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Table 2 Health literacy instruments for children and adolescents

From: Generic health literacy measurement instruments for children and adolescents: a systematic review of the literature

No. Author, year country language Instrument Type Study aim Sample size, study population, setting Scope of measured components Items, response format Time of administration Reliability Validity, responsiveness and sensitivity
1 Davis et al., 2006 [50]
USA
English
Rapid Estimate of Adult Literacy in Medicine - Teen (REALM-teen)
Adaptation of an existing instrument for adults (REALM)
Objective measurement/performance based assessment Validation of the REALM-teen for adolescents N = 1533
10–19 y.
participants were 50% black, 53% female; 34% were enrolled in middle school and 66% in high school
Secondary school
Mixed setting, schools and healthcare setting
Word recognition; Pronunciation 66 items (not provided)
Health words arranged in increasing order of difficulty
Pronouncing words
Usually 2–3 min, here approx. 3 min Internal consistency
α = .94
Convergent: SORT-R
r = .93
WRAT
r = .83
Receiver operating characteristic (ROC)
analysis: SORT-R
Area under ROC (AUC) = .84
2 Brown et al., 2007 [40]
USA
English
KidsHealth KidsPoll of Health Literacy
New instrument based on National Health Education Standards (NHES)
Subjective measurement/self-report Investigating health literacy and its effects on health behaviour and practice N = 1178
9–13 y.
5th – 8th grade
Secondary school
11 health education centres
Ability to understand, access and apply health information;
Interest in health;
Belief: Ability that health behaviour is affective; Attitude
8 items (provided)
Remote keypads
Close-end questions with a maximum of 5 answer choices
Not available (n.a.) n.a. n.a.
3 Hubbard and Rainey 2007 [41]
USA
English
“Health Literacy Instrument” no name.
New instrument based on Health Education Assessment Project (HEAP)
Objective measurement/performance based assessment (not explicitly stated by the article but indicated in the text) To evaluate the influence of comprehensive textbook-based instruction on students’ acquisition of health-related concepts and skills N = 669 secondary school children and adolescents
n = 333 female; n = 333 male; n = 3 missing
(Treatment group: n = 330; control group: n = 339)
School setting, N = 3 schools (n = 2 middle; n = 1 high school)
Understanding of health concepts about tobacco, physical activity, and nutrition; Ability to access information, interpersonal communication, decision-making, goal setting, and self-management 30 items (not provided)
15 items related to health concepts
15 items related to demonstrate skills
n.a. Reliability coefficient of the concepts scale α = .76 middle school; α = .72 high school; of the skills scale α = .75 middle school; α = .76 high school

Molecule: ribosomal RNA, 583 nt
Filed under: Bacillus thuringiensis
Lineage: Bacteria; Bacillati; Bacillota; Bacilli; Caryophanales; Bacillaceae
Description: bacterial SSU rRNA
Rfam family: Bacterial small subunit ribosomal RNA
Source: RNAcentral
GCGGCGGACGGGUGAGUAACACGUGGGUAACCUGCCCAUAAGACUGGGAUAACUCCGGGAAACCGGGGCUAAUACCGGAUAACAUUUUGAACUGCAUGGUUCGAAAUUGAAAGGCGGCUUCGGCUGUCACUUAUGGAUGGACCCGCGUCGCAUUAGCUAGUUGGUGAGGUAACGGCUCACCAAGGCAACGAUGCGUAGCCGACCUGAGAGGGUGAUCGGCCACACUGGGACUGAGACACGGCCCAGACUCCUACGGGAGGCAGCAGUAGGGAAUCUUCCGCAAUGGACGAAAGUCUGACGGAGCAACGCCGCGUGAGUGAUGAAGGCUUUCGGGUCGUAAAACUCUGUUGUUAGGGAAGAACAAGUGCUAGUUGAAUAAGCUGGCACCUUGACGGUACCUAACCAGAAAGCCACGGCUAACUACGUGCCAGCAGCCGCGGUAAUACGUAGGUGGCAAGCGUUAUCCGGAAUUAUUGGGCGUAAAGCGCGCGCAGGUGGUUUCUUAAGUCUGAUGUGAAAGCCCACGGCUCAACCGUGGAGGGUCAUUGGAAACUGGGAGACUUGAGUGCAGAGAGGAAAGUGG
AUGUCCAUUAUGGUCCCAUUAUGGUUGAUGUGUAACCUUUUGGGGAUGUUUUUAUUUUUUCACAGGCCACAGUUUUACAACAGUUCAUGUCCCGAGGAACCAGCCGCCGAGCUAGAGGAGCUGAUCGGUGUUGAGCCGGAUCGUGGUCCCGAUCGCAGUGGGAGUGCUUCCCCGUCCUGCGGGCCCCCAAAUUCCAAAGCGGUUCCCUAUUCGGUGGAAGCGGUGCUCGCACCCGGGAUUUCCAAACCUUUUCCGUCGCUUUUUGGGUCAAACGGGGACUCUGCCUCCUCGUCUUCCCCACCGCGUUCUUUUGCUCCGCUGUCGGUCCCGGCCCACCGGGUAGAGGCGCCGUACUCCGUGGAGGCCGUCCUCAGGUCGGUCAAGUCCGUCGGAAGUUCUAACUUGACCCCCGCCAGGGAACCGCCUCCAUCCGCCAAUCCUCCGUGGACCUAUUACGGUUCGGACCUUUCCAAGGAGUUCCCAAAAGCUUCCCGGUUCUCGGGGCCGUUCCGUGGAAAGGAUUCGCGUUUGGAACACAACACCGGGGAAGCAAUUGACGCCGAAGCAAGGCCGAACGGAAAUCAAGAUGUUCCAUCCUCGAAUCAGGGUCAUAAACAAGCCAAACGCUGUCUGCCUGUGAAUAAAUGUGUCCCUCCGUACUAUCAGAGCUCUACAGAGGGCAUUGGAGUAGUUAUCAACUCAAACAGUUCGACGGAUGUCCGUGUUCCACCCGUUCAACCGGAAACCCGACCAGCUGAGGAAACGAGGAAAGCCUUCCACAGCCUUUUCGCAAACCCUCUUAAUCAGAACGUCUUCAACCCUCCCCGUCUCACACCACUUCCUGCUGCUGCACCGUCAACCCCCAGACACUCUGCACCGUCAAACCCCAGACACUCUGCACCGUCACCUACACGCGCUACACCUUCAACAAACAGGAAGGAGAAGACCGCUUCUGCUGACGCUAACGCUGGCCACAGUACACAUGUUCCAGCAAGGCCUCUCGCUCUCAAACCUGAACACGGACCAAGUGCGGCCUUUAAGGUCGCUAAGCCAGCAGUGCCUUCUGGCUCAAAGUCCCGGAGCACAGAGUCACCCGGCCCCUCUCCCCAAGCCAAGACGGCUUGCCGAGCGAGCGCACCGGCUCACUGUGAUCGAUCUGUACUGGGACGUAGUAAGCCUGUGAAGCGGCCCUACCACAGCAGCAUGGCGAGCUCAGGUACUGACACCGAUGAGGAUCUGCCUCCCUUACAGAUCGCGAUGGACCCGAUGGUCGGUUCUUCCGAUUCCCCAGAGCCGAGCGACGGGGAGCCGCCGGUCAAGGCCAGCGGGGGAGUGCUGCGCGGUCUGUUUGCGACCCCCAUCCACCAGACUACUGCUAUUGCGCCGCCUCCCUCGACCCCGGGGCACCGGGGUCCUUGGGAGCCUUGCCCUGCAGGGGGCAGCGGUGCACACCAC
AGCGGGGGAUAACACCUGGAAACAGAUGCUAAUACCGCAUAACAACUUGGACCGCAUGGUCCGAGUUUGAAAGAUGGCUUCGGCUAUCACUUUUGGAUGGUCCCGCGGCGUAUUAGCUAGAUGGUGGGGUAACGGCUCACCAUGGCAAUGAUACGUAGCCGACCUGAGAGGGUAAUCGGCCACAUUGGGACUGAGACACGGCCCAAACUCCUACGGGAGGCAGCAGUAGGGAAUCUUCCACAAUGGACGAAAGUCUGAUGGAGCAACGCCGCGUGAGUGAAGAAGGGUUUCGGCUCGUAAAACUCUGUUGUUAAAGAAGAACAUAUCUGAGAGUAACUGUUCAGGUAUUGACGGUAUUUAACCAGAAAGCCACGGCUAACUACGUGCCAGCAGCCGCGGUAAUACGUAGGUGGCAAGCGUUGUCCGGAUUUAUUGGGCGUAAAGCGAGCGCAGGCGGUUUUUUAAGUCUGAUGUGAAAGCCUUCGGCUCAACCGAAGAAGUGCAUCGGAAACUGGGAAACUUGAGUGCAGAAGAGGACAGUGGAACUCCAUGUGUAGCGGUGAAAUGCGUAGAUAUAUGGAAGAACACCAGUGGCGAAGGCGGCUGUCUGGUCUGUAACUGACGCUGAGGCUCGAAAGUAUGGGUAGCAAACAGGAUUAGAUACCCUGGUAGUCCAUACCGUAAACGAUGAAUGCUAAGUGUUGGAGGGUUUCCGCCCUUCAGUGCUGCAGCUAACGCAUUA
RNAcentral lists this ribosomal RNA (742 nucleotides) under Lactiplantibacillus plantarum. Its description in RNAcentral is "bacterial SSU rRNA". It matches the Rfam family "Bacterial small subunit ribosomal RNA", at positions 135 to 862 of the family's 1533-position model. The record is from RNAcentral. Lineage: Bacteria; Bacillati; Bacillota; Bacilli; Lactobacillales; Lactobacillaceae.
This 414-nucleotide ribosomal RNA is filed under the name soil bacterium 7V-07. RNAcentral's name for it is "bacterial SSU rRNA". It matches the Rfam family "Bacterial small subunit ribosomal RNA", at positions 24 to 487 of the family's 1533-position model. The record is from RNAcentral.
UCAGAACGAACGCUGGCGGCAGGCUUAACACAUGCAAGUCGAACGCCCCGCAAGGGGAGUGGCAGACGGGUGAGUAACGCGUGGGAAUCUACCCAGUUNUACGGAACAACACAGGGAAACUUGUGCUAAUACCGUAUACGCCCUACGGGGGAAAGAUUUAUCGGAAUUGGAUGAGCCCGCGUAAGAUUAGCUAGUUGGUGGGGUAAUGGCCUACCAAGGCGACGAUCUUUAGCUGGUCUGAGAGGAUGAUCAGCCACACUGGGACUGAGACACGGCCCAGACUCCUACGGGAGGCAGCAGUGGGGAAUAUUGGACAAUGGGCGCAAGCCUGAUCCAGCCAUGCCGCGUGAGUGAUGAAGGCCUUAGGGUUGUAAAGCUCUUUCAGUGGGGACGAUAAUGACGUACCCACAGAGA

HEAP assessment items proved to be reliable
Not provided,
HEAP assessment items proved to be valid
4 Chisolm and Buchanan, 2007 [51]
USA
English
Test of Functional Health Literacy in Adults (TOFHLA) in adolescent population (TOFHLAd), 2 components TOFHLA-R & TOFHLA-N
Adaptation of an existing instrument for adults
Objective measurement/performance based assessment Pilot validation for adolescents N = 50
13–17 y.
n = 26 female; n = 24 male
Healthcare setting
Reading comprehension (TOFHLA-R); Numeracy (TOFHLA-N) 67 items (not provided), 2 components; TOFHLA-R has 50 reading comprehension items, cloze procedure; TOFHLA-N has 17 numeracy items 10–20 min: average of 12.9 min with a range from 8.9 to 17.3 n.a. Concurrent: TOFHLA-R: WRAT3 r = .59 (p < .001)
REALM r = .60
(p < .001)
TOFHLA-N: WRAT3 r = .11 (p = .45)
REALM r = .18 (p = .22)
5 Steckelberg et al., 2009 [48]
Germany
German
Critical Health Competence Test (CHC)
New instrument
Objective measurement/performance based assessment Development and validation of a questionnaire to measure critical health competencies N = 429
15–42 y.
n = 322 (first field test); n = 255 10th and 11th from secondary schools, n = 67 university students n = 107 (second field test); n = 94 secondary schools, n = 13 university students
A. Understanding medical concepts; B. Skills of searching literature (information seeking);
C. Basic statistics (numeracy);
D. Design of experiments and sampling
72 items (not provided);
Scenarios (S) (items): S1 (16), S2 (20), S3 (15), S4 (21).
A, 15 items
B, 22 items
C, 18 items
D, 17 items
Should not exceed 90 min Rasch analysis: Mean person parameter
S1: 395
S2: 497
S3: 635
S4: 473
Construct validity: Cohen’s d = 4.33 [95%
CI 3.51–5.16]
Rasch model WINMIRA
ANOVA = .91
6 Vardavas et al., 2009 [42]
Greece
Greek
Health Literacy Questionnaire for Children
New instrument
Subjective measurement/self-report To locate the topics and to assess the sources of health information of adolescents N = 369, 12–18 y.
46.6% male; 53,4% female; 97, 3% Greek nationality
Secondary school children from urban areas of Athens and Crete
Questions on health education topics; Access and source of health information (seeking); Stated satisfaction n.a. no information on specific items is available n.a. n.a n.a.
7 Schmidt et al., 2010 [43]
Germany
German
GeKoKids Questionnaire
New instrument
Mixed approach To elaborate a set of short scales to measure important health literacy domains in children; and
To analyse their associations among each other
N = 852; aged 9–13 y., Germany
n = 401 female
n = 451 male
n = 29 migration background
Secondary school
Knowledge;
Attitudes;
Communication;
Behaviour;
Self-efficacy
17 items (provided)
Knowledge: 3 items
Communication: 3 items
Attitude: 4 items
Behaviour: 4 items
Self-efficacy: 3 items
n.a. Internal consistencies communication α = .73